How Google May Handle Question Answering when Facts are Missing

question answering

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I wrote about a similar patent in the post, Google Extracts Facts from the Web to Provide Fact Answers

This one introduces itself with the following statement, indicating a problem that Google may have with answering questions from the facts it may collect from the Web to fill its knowledge graph:

Embodiments relate to relational models of knowledge, such as a graph-based data store, can be used to provide answers to search queries. Such models describe real-world entities (people, places, things) as facts in the form of graph nodes and edges between the nodes. While such graphs may represent a significant amount of facts, even the largest graphs may be missing tens of millions of facts or may have incorrect facts. For example, relationships, edges or other attributes between two or more nodes can often be missing.

That is the problem that this new patent is intended to solve. The patent was filed in November of 2017. The earlier patent I linked to above was granted in June 2017. It does not anticipate missing or incorrect facts like this newer patent warns us about. The newer patent tells us about how they might be able to answer some questions without access to some facts.

It’s also reminding me of another patent that I recently wrote about on the Go Fish Digital Website. That post is titled, Question Answering Explaining Estimates of Missing Facts. Both the patent that post was about and this new patent include Gal Chechik, Yaniv Leviathan, Yoav Tzur, Eyal Segalis, as inventors (the other patent has a couple of additional inventors as well.)

The earlier question answering with estimates patent talks about how they might infer answers, and provide explanations with those answers. This also tells it might infer answers, but doesn’t include the explanations:

Facts and/or attributes missing from a relational model of knowledge often can be inferred based on other related facts (or elements of facts) in the graph. For example, a search system may learn that an individual’s grandfather is a male parent of a parent. Accordingly, the system can determine with high confidence that an individual’s grandfather, even though there is no grandfather edge between nodes, is most likely a parent of a parent (given that there is a parent edge between nodes) with an additional check the parent of the parent is male. While this example uses one piece of supporting evidence (called a feature), inferring an individual’s grandfather, functions estimating missing facts are often more complex and can be based on several, even hundreds, of such features. Once the facts and/or attributes missing from a relational model of knowledge can be inferred, queries based on the facts and/or attributes missing from a relational model of knowledge can be resolved.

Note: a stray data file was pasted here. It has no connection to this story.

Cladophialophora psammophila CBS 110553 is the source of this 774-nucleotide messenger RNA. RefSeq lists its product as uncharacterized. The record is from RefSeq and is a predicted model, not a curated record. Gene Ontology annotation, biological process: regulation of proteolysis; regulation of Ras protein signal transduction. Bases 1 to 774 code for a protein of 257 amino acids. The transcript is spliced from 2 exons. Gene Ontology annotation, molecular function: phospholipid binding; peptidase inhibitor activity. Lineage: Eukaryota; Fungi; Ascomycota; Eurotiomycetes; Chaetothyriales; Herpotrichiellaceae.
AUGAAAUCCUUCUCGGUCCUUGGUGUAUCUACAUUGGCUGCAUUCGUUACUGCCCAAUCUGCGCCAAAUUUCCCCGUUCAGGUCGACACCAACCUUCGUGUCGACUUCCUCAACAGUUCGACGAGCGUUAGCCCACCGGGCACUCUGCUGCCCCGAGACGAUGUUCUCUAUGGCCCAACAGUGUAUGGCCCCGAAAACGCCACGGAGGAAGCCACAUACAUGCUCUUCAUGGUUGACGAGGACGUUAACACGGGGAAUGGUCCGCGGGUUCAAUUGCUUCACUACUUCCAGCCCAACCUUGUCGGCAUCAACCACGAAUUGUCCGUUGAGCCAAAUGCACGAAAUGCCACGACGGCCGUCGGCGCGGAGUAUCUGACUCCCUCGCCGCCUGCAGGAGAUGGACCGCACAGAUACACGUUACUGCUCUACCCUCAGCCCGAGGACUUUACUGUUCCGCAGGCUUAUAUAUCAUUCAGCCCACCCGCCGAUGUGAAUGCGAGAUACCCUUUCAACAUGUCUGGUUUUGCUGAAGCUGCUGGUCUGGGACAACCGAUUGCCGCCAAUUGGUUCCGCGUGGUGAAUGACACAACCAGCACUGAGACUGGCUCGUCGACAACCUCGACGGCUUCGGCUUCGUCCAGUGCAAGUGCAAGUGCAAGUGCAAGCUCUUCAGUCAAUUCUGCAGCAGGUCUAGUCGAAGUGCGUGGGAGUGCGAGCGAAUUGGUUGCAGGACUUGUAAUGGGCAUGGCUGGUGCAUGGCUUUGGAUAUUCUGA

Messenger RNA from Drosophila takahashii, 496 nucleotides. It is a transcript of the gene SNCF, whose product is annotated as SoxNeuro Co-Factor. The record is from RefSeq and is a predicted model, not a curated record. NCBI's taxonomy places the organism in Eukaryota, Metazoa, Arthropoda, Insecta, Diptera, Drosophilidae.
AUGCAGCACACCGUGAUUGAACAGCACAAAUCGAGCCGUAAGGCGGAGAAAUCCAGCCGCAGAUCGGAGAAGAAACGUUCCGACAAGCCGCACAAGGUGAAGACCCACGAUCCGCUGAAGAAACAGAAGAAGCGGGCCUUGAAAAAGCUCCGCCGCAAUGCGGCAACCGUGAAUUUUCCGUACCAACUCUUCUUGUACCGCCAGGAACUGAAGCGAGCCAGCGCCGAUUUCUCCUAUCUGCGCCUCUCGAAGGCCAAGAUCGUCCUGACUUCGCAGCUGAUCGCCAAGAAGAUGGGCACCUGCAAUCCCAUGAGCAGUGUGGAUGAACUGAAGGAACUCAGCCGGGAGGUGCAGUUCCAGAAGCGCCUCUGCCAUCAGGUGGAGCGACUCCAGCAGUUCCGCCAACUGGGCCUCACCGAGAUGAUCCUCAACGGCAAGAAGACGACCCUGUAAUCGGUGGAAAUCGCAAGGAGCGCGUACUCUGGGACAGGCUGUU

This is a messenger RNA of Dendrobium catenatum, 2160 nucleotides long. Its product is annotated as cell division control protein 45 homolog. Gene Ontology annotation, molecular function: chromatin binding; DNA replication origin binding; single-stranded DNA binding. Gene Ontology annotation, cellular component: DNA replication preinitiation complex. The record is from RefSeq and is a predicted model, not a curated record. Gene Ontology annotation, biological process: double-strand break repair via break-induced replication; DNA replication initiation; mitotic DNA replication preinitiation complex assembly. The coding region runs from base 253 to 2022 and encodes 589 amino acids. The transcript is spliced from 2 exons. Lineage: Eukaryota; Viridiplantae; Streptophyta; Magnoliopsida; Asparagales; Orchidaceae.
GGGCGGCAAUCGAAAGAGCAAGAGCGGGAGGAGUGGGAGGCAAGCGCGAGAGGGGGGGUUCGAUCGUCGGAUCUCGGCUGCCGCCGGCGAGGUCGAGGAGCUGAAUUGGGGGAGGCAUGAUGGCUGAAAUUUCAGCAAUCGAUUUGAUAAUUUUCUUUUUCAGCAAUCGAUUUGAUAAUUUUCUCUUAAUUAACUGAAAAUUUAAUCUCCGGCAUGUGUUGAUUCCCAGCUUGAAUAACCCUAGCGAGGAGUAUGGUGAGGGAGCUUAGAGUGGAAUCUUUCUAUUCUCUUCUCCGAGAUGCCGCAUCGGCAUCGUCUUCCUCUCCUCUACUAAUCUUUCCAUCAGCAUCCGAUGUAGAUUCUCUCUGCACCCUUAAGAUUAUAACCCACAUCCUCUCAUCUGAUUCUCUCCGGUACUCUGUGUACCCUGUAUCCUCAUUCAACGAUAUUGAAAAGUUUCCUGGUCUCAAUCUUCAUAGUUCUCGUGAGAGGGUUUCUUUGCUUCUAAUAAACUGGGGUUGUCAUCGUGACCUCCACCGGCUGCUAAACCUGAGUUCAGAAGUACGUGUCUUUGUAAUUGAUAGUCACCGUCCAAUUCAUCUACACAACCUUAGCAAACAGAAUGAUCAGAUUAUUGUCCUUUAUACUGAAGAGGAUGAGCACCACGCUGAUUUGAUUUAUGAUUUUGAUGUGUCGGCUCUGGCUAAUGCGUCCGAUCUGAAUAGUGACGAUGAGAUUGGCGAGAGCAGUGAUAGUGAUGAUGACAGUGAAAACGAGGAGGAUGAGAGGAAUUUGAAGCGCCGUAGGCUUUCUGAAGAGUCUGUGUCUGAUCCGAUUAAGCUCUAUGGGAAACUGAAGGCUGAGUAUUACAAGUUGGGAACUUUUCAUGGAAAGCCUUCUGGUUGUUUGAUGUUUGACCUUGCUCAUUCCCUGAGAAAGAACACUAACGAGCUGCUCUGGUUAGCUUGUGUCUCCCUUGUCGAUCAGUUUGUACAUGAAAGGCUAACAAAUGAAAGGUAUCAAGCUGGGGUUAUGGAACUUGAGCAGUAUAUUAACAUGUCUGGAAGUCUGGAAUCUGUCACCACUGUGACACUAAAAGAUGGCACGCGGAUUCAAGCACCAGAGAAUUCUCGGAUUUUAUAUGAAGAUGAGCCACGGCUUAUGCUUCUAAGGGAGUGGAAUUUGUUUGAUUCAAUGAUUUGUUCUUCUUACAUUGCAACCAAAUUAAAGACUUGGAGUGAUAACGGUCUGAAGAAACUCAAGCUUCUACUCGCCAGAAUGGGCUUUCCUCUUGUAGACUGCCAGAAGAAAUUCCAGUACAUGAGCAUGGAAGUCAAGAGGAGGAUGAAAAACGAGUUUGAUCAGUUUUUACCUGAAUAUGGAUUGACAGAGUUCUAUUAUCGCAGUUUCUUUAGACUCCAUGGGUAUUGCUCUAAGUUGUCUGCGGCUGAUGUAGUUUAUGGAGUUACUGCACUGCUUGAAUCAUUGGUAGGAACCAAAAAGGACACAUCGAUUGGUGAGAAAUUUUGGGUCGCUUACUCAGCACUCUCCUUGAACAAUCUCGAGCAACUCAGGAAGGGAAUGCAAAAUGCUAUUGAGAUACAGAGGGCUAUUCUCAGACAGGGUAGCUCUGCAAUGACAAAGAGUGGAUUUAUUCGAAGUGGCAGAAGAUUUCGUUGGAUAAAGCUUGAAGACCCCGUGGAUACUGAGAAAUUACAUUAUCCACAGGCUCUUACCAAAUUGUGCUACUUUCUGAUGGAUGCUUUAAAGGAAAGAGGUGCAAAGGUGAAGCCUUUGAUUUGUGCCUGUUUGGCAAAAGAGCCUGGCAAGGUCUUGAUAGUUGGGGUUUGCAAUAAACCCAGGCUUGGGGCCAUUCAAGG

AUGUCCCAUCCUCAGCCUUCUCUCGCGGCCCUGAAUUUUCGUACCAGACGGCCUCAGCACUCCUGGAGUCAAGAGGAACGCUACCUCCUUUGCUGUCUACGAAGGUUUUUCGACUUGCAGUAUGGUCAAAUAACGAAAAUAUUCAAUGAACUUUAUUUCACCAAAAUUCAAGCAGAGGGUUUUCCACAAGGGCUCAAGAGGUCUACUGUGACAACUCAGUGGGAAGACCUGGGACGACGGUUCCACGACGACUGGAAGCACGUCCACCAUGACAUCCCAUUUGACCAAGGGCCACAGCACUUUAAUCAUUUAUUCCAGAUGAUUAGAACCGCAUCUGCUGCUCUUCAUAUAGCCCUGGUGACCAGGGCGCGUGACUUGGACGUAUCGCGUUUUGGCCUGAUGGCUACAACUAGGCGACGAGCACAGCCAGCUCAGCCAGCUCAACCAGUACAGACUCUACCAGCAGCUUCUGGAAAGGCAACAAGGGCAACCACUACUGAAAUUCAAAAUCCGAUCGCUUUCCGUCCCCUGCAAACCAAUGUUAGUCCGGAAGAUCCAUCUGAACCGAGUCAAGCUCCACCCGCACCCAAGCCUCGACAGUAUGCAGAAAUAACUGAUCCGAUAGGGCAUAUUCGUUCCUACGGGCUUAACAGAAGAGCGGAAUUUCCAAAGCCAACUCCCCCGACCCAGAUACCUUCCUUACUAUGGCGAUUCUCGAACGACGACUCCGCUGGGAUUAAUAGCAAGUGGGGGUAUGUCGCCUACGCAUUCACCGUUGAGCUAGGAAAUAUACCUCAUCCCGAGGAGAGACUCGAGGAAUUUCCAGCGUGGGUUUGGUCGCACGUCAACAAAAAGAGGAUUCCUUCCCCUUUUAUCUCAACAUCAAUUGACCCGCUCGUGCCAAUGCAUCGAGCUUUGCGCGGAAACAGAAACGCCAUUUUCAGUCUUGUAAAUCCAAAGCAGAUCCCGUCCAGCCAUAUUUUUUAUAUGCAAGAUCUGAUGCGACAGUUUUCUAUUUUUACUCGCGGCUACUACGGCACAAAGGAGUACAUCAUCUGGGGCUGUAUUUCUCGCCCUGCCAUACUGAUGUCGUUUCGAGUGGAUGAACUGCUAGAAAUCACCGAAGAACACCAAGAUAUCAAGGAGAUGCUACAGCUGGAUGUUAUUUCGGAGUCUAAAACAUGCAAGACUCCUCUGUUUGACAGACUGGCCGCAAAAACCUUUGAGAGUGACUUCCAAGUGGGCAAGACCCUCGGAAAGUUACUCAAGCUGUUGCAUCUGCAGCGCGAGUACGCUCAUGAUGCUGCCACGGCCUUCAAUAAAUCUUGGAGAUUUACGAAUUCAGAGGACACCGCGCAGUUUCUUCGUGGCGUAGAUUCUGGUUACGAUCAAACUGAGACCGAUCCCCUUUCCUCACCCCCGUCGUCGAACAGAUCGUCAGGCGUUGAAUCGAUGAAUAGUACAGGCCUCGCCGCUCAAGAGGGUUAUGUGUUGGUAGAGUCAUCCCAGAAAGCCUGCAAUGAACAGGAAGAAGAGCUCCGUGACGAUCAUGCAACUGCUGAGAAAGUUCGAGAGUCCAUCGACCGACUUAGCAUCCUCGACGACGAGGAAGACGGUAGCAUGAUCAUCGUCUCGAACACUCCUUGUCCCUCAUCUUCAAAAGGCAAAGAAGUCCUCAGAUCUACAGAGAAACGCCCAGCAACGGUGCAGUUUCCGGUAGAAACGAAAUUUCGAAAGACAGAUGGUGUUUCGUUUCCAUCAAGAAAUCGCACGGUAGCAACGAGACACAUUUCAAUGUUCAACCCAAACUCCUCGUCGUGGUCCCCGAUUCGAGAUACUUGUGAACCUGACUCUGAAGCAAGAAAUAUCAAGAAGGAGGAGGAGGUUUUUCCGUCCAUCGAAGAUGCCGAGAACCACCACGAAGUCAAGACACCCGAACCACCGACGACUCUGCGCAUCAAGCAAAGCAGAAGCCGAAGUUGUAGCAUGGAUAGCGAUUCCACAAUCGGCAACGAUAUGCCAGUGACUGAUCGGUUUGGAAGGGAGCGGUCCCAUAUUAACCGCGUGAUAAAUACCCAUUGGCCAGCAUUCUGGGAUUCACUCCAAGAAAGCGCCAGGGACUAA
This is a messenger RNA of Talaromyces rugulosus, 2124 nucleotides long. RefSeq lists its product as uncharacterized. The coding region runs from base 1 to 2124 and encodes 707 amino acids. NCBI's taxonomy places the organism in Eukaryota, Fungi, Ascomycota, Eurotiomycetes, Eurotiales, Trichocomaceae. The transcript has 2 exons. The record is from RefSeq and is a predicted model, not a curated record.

The process described in this question answering patent describes how Google may go about coming up with an answer to a question. This patent was filed after the one that includes estimates of how answers were created, so it does not include that step:

In one example embodiment, a computer system includes at least one processor and a memory storing a data graph and instructions. The instructions, when executed by the at least one processor, cause the system to generate a template sentence based on a fact including a first node, a second node and a string, wherein the first node and the second node exist in the data graph and the string represents a fact that is absent from the data graph, search the internet for a document including the template sentence, and upon determining the internet includes the document with the template sentence, infer the fact by generating a series of connections between nodes and edges of the data graph that together with the first node and the second node are configured to represent the fact, the series of connections defining a path, in the data graph, from the first node to the second node.

This process isn’t described in too much detail, but the patent does provide an example, which may be helpful in understanding how it may work. Here is that example:

For example, a node may correspond to a fact describing a parent-child relationship. For example, baseball player Bob Boone is the son of baseball player Ray Boone and the father of baseball players Aaron Boone and Bret Boone. Accordingly, the data graph may include an entity as a node corresponding to Bob Boone, which may include an edge for a parent relationship directed to Ray Boone and two edges for child corresponding, respectively, to Aaron Boone and Bret Boone. The entity or node may also be associated with a fact or an attribute that includes an edge (e.g., occupation) between Bob Boone as a node and baseball as a node. Alternatively, the node Bob Boone may include an attribute as a property (e.g., occupation) set to baseball.